A Shore Score: Land-Based Fluking - The Fisherman

A Shore Score: Land-Based Fluking

fluke
Fluke in the wash may be a bycatch for some, but for those who target flatties from shore a tactical approach can lead to quick limits.

Leave the boat tied up at dock, the shoreline is the place to score with flatties!

During the past decade or longer, I think I’ve caught more keeper class fluke from the surf and land-based platforms than from a boat. Fishing by foot can mean less time expended to catch a limit, less money spent and more fish caught – who can lose?

The key to fishing from the shoreline effectively means focusing on more than just your gear and tactics, but paying close attention to reading the water, currents, times and tides as you need walk and explore the proper ground. The good news is there’s no finer time than the summer to plant your feet down to find some flatties from the sands.

Bait & Tackle

Compared to fishing the oceanside, everything is scaled lighter when fishing fluke from the shoreline. An intimate connection is desired when using light lures and weights to impart a proper presentation. From the surf or sod bank, I utilize a St. Croix 7-foot Tidemaster TSMHF70 or Shimano Terramar TMSE70MB matched with a Shimano 5000 Sustain reel, spooled with 30-pound Power Pro to which I uni-to-uni knot a 48-inch section of 25-pound Seaguar or Yo-Zuri Fluorocarbon Leader.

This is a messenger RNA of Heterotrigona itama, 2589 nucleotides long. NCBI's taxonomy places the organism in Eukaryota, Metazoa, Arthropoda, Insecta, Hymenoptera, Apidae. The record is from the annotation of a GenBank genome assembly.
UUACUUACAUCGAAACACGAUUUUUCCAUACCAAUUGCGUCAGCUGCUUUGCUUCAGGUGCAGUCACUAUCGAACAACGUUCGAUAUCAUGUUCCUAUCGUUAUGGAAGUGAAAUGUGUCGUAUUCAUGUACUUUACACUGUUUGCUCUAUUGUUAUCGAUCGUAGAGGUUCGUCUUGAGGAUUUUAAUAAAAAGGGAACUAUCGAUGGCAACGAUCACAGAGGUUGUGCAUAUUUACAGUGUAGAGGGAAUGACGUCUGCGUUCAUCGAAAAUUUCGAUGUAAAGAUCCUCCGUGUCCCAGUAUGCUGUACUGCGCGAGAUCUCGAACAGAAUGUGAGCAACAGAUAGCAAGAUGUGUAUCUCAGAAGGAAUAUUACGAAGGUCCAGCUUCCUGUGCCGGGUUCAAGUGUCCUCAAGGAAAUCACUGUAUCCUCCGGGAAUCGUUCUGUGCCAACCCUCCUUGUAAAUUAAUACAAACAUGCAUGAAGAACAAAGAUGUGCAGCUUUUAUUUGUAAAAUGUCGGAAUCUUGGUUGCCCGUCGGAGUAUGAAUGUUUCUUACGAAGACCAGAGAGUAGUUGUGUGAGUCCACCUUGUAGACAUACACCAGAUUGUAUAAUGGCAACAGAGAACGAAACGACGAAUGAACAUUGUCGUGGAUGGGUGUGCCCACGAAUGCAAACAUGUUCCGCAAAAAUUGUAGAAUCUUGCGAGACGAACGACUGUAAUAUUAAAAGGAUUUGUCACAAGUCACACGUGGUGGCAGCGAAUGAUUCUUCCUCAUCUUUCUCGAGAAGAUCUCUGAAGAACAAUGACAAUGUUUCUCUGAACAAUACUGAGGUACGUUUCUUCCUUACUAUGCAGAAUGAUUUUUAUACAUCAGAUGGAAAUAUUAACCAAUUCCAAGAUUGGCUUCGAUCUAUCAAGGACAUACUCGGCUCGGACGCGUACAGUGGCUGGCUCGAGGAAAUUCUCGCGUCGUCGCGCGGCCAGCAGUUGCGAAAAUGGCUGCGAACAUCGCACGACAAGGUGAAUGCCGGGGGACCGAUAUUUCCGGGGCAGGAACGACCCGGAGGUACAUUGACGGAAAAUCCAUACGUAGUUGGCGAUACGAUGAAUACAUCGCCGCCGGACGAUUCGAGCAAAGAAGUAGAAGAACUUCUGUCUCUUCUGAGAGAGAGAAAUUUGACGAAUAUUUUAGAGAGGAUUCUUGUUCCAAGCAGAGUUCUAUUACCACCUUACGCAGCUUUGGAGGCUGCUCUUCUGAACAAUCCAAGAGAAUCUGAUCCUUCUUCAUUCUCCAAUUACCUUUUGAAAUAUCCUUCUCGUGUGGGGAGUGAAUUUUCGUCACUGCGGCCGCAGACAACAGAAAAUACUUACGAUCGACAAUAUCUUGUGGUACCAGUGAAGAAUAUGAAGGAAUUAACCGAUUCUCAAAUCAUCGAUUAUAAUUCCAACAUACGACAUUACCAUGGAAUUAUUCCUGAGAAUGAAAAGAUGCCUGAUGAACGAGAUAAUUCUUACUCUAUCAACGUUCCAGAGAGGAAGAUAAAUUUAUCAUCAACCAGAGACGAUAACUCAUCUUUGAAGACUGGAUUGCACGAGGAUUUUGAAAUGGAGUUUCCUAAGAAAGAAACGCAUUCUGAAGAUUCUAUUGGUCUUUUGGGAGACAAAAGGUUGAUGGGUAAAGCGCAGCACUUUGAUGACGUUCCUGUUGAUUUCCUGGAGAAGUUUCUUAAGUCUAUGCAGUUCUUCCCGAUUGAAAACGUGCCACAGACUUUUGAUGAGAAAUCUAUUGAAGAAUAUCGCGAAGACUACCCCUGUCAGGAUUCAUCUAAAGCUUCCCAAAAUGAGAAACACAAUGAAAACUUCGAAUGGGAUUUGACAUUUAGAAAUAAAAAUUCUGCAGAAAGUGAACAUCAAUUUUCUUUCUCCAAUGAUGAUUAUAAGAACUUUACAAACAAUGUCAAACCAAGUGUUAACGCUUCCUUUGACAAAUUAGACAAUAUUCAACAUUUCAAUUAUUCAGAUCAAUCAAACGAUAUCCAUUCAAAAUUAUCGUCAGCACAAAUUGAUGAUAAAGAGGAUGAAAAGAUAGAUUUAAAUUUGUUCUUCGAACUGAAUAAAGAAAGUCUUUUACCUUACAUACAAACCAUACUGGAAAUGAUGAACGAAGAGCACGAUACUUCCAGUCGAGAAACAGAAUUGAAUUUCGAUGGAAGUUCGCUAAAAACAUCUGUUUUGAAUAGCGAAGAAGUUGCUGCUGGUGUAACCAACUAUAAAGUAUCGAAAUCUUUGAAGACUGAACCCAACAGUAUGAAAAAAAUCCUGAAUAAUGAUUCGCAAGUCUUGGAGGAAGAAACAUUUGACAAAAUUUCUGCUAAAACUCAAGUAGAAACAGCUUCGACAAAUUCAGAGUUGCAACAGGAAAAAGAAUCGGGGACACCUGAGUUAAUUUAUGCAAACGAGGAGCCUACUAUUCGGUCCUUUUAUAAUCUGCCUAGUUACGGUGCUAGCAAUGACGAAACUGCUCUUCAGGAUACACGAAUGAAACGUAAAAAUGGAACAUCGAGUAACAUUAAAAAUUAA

When hitting inlets and piers, you can amp up your gear. Stick with spinning outfits in the 7- to 7-1/2-foot range rated for medium heavy action to effectively bounce sinker weights to 3 ounces and drift strip baits. Conventional set ups like a Shimano Terramar matched with a Shimano Torium 12 or Penn Fathom can also be used if fishing more of an up and down approach from a pier or bridge setting.

When fishing the suds, hands down, the ultimate fluke-catching device is the simple roundhead bucktail, garnished with proper attractants. Generally a 3/8- to half-ounce white bucktail is the all-around top choice for clean clear waters, but you can mix up color patterns with yellows and chartreuse as well if waters are a little off-color.

You should have a 48-inch section of fluorocarbon leader already connected to your braid running line. On the tag end, tie on the bucktail with a loop knot and tip it with a strip of bluefish or 3- to 4-inch Berkley Gulp Swimming Mullet. The flailing action provided by the loop knot allows for the bucktail to really dance as you pop it.

Roughly 16 inches up from the bucktail, tie a dropper loop and affix a size 3/0 Gamakatsu Octopus teaser hook and tip it with a 4-inch Gulp Swimming Mullet in white.

author
The key to land-based fluking is to cover ground, making casts as you move down a sod bank, surf or pier; once you find some, there will often be more hanging in packs.

Presentation & Location